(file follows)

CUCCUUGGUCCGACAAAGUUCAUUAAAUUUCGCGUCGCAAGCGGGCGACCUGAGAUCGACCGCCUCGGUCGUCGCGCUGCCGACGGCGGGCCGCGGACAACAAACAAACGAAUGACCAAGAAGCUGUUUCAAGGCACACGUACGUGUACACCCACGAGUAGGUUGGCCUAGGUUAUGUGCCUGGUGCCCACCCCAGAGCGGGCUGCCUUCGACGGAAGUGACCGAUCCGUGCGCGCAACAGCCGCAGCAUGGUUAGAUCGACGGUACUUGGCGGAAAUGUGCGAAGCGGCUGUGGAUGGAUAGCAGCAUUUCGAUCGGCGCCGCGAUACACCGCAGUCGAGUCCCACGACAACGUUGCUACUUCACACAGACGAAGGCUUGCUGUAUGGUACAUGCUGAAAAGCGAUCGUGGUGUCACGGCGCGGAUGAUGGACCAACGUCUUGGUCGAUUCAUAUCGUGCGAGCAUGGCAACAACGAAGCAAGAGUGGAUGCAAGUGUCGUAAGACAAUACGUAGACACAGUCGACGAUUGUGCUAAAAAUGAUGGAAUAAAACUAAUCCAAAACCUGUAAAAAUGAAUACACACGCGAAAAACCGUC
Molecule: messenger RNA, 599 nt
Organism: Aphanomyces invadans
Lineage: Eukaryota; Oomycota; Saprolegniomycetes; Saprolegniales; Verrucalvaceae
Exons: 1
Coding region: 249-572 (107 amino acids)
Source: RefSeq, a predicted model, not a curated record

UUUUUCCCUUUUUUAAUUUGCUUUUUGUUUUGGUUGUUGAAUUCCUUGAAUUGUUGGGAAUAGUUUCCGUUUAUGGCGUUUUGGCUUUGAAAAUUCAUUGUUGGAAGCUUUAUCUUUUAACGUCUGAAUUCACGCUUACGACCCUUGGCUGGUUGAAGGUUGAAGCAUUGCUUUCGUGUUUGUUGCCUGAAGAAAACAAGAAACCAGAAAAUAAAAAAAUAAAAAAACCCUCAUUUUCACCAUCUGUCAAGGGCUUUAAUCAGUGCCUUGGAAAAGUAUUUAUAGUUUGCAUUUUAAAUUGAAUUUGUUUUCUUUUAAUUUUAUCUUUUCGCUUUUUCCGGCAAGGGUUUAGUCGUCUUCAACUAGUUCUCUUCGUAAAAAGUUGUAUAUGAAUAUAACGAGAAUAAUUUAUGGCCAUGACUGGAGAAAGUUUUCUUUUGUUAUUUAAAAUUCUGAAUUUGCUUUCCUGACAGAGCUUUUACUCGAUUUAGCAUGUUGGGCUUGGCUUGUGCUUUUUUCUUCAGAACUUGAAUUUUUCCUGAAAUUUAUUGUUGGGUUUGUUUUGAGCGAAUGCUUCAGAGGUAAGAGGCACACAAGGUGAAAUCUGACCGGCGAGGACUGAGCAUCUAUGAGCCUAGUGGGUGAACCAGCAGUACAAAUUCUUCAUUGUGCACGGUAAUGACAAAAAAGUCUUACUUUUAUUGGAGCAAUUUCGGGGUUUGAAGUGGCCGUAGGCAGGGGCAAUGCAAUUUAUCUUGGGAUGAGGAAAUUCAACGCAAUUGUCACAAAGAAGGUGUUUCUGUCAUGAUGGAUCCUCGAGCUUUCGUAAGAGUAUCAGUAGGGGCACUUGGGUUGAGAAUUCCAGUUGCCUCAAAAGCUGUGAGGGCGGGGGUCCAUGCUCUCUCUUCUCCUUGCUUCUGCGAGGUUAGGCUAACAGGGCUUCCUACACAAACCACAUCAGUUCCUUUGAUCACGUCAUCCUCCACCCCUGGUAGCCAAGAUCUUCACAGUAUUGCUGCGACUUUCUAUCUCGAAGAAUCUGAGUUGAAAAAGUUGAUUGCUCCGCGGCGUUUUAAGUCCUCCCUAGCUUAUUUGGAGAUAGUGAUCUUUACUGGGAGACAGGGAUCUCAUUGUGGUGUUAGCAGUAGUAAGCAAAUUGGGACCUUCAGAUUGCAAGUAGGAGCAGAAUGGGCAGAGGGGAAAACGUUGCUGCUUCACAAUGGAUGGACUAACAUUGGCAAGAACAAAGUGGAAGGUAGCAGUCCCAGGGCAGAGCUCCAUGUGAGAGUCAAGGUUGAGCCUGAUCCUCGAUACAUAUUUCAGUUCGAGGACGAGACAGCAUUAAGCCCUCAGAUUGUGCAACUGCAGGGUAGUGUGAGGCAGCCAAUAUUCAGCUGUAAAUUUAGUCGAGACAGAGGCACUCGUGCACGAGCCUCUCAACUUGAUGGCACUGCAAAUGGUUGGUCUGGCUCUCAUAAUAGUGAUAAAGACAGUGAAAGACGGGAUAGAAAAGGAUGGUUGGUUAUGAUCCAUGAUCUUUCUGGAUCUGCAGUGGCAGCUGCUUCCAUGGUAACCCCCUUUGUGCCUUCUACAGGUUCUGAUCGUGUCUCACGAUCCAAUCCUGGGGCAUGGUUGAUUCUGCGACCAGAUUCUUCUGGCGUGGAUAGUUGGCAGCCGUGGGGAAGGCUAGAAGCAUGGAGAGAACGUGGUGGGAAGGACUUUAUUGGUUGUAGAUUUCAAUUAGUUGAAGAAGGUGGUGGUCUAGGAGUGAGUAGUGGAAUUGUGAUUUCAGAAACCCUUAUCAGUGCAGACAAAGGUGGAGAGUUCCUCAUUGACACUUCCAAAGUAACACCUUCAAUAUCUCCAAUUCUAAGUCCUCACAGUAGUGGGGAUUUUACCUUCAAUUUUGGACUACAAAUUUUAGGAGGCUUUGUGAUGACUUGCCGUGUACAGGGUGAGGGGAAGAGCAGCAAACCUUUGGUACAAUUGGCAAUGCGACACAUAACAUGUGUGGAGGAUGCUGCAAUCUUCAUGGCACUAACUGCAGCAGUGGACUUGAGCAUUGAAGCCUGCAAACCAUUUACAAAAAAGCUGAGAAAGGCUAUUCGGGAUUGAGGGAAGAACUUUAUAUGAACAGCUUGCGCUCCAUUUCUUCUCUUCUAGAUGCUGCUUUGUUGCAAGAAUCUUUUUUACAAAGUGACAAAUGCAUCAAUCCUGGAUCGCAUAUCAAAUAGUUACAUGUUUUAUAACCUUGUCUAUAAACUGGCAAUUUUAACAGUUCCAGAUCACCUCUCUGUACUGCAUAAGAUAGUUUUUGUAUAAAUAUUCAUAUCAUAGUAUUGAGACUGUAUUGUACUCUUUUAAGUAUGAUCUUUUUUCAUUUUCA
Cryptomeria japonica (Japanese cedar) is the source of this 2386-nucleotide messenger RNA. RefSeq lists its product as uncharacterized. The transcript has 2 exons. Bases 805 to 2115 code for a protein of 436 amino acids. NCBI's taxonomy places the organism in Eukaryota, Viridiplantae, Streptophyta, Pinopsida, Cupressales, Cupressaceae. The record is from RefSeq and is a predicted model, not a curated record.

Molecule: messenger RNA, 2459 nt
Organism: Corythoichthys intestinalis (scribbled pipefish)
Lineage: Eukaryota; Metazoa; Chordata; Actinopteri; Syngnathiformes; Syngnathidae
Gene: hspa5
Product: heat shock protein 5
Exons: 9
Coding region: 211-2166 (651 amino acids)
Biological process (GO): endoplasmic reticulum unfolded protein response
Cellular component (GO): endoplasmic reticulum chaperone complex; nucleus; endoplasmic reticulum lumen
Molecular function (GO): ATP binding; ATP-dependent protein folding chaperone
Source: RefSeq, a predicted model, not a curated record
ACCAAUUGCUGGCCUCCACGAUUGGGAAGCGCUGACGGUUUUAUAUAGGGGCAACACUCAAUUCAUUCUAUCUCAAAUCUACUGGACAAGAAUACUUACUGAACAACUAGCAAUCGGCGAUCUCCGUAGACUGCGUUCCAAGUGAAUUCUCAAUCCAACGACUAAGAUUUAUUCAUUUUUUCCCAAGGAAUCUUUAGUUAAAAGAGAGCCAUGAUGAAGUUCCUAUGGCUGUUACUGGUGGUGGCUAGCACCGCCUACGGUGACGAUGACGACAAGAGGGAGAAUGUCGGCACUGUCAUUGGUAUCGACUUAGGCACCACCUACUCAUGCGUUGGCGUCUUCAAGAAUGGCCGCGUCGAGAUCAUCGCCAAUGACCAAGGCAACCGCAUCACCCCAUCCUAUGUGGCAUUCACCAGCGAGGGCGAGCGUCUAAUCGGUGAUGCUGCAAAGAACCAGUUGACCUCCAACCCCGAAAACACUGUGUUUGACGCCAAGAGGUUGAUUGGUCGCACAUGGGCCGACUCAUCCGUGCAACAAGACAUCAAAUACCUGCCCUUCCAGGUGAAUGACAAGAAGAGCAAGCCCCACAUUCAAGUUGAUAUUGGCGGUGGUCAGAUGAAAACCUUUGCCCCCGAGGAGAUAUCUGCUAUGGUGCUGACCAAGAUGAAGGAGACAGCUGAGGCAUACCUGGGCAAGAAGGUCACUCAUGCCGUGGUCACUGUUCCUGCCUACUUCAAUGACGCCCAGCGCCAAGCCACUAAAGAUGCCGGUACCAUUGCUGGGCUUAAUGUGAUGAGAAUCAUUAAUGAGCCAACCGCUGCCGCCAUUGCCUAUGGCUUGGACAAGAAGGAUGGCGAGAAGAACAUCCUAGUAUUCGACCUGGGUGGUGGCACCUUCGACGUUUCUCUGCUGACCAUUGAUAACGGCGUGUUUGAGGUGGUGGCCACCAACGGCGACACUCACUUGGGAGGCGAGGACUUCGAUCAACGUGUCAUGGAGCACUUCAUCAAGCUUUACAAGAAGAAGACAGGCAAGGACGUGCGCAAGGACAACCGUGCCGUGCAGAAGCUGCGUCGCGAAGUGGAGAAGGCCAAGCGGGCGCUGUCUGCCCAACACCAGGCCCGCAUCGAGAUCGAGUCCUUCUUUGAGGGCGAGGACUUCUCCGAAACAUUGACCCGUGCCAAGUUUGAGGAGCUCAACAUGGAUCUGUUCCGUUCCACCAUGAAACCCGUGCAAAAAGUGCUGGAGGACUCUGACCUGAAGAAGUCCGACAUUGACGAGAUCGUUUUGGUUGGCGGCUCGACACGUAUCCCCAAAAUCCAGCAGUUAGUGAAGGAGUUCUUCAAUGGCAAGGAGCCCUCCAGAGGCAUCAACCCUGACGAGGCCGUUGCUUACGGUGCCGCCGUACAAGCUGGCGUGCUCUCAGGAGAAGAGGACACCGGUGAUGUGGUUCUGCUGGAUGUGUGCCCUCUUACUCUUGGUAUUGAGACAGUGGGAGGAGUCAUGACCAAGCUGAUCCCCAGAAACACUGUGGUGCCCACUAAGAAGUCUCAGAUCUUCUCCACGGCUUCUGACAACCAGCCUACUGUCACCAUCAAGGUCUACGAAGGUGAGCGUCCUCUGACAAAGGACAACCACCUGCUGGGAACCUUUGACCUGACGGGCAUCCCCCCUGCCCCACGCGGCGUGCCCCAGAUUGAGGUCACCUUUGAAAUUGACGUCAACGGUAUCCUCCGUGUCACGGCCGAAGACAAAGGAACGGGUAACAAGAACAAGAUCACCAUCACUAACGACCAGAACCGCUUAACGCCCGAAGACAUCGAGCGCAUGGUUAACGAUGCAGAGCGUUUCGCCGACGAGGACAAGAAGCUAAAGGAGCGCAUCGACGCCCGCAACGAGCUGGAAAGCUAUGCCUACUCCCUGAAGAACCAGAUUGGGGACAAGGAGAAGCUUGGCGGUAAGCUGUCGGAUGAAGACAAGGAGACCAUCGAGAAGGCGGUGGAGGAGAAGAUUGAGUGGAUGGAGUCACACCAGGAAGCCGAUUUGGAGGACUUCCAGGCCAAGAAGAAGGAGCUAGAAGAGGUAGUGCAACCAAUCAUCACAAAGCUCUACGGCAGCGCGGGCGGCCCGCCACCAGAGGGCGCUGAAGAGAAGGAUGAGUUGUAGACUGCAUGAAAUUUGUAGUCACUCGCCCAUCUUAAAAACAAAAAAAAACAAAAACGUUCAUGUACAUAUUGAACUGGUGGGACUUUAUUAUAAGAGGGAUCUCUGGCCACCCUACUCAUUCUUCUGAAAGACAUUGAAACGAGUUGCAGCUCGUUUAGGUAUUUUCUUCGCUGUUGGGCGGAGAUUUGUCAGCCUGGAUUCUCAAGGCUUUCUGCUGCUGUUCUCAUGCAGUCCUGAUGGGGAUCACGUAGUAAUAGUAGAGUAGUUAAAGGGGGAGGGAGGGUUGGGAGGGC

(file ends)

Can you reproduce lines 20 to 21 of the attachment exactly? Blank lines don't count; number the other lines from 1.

Source: RefSeq, a predicted model, not a curated record
ACCAAUUGCUGGCCUCCACGAUUGGGAAGCGCUGACGGUUUUAUAUAGGGGCAACACUCAAUUCAUUCUAUCUCAAAUCUACUGGACAAGAAUACUUACUGAACAACUAGCAAUCGGCGAUCUCCGUAGACUGCGUUCCAAGUGAAUUCUCAAUCCAACGACUAAGAUUUAUUCAUUUUUUCCCAAGGAAUCUUUAGUUAAAAGAGAGCCAUGAUGAAGUUCCUAUGGCUGUUACUGGUGGUGGCUAGCACCGCCUACGGUGACGAUGACGACAAGAGGGAGAAUGUCGGCACUGUCAUUGGUAUCGACUUAGGCACCACCUACUCAUGCGUUGGCGUCUUCAAGAAUGGCCGCGUCGAGAUCAUCGCCAAUGACCAAGGCAACCGCAUCACCCCAUCCUAUGUGGCAUUCACCAGCGAGGGCGAGCGUCUAAUCGGUGAUGCUGCAAAGAACCAGUUGACCUCCAACCCCGAAAACACUGUGUUUGACGCCAAGAGGUUGAUUGGUCGCACAUGGGCCGACUCAUCCGUGCAACAAGACAUCAAAUACCUGCCCUUCCAGGUGAAUGACAAGAAGAGCAAGCCCCACAUUCAAGUUGAUAUUGGCGGUGGUCAGAUGAAAACCUUUGCCCCCGAGGAGAUAUCUGCUAUGGUGCUGACCAAGAUGAAGGAGACAGCUGAGGCAUACCUGGGCAAGAAGGUCACUCAUGCCGUGGUCACUGUUCCUGCCUACUUCAAUGACGCCCAGCGCCAAGCCACUAAAGAUGCCGGUACCAUUGCUGGGCUUAAUGUGAUGAGAAUCAUUAAUGAGCCAACCGCUGCCGCCAUUGCCUAUGGCUUGGACAAGAAGGAUGGCGAGAAGAACAUCCUAGUAUUCGACCUGGGUGGUGGCACCUUCGACGUUUCUCUGCUGACCAUUGAUAACGGCGUGUUUGAGGUGGUGGCCACCAACGGCGACACUCACUUGGGAGGCGAGGACUUCGAUCAACGUGUCAUGGAGCACUUCAUCAAGCUUUACAAGAAGAAGACAGGCAAGGACGUGCGCAAGGACAACCGUGCCGUGCAGAAGCUGCGUCGCGAAGUGGAGAAGGCCAAGCGGGCGCUGUCUGCCCAACACCAGGCCCGCAUCGAGAUCGAGUCCUUCUUUGAGGGCGAGGACUUCUCCGAAACAUUGACCCGUGCCAAGUUUGAGGAGCUCAACAUGGAUCUGUUCCGUUCCACCAUGAAACCCGUGCAAAAAGUGCUGGAGGACUCUGACCUGAAGAAGUCCGACAUUGACGAGAUCGUUUUGGUUGGCGGCUCGACACGUAUCCCCAAAAUCCAGCAGUUAGUGAAGGAGUUCUUCAAUGGCAAGGAGCCCUCCAGAGGCAUCAACCCUGACGAGGCCGUUGCUUACGGUGCCGCCGUACAAGCUGGCGUGCUCUCAGGAGAAGAGGACACCGGUGAUGUGGUUCUGCUGGAUGUGUGCCCUCUUACUCUUGGUAUUGAGACAGUGGGAGGAGUCAUGACCAAGCUGAUCCCCAGAAACACUGUGGUGCCCACUAAGAAGUCUCAGAUCUUCUCCACGGCUUCUGACAACCAGCCUACUGUCACCAUCAAGGUCUACGAAGGUGAGCGUCCUCUGACAAAGGACAACCACCUGCUGGGAACCUUUGACCUGACGGGCAUCCCCCCUGCCCCACGCGGCGUGCCCCAGAUUGAGGUCACCUUUGAAAUUGACGUCAACGGUAUCCUCCGUGUCACGGCCGAAGACAAAGGAACGGGUAACAAGAACAAGAUCACCAUCACUAACGACCAGAACCGCUUAACGCCCGAAGACAUCGAGCGCAUGGUUAACGAUGCAGAGCGUUUCGCCGACGAGGACAAGAAGCUAAAGGAGCGCAUCGACGCCCGCAACGAGCUGGAAAGCUAUGCCUACUCCCUGAAGAACCAGAUUGGGGACAAGGAGAAGCUUGGCGGUAAGCUGUCGGAUGAAGACAAGGAGACCAUCGAGAAGGCGGUGGAGGAGAAGAUUGAGUGGAUGGAGUCACACCAGGAAGCCGAUUUGGAGGACUUCCAGGCCAAGAAGAAGGAGCUAGAAGAGGUAGUGCAACCAAUCAUCACAAAGCUCUACGGCAGCGCGGGCGGCCCGCCACCAGAGGGCGCUGAAGAGAAGGAUGAGUUGUAGACUGCAUGAAAUUUGUAGUCACUCGCCCAUCUUAAAAACAAAAAAAAACAAAAACGUUCAUGUACAUAUUGAACUGGUGGGACUUUAUUAUAAGAGGGAUCUCUGGCCACCCUACUCAUUCUUCUGAAAGACAUUGAAACGAGUUGCAGCUCGUUUAGGUAUUUUCUUCGCUGUUGGGCGGAGAUUUGUCAGCCUGGAUUCUCAAGGCUUUCUGCUGCUGUUCUCAUGCAGUCCUGAUGGGGAUCACGUAGUAAUAGUAGAGUAGUUAAAGGGGGAGGGAGGGUUGGGAGGGC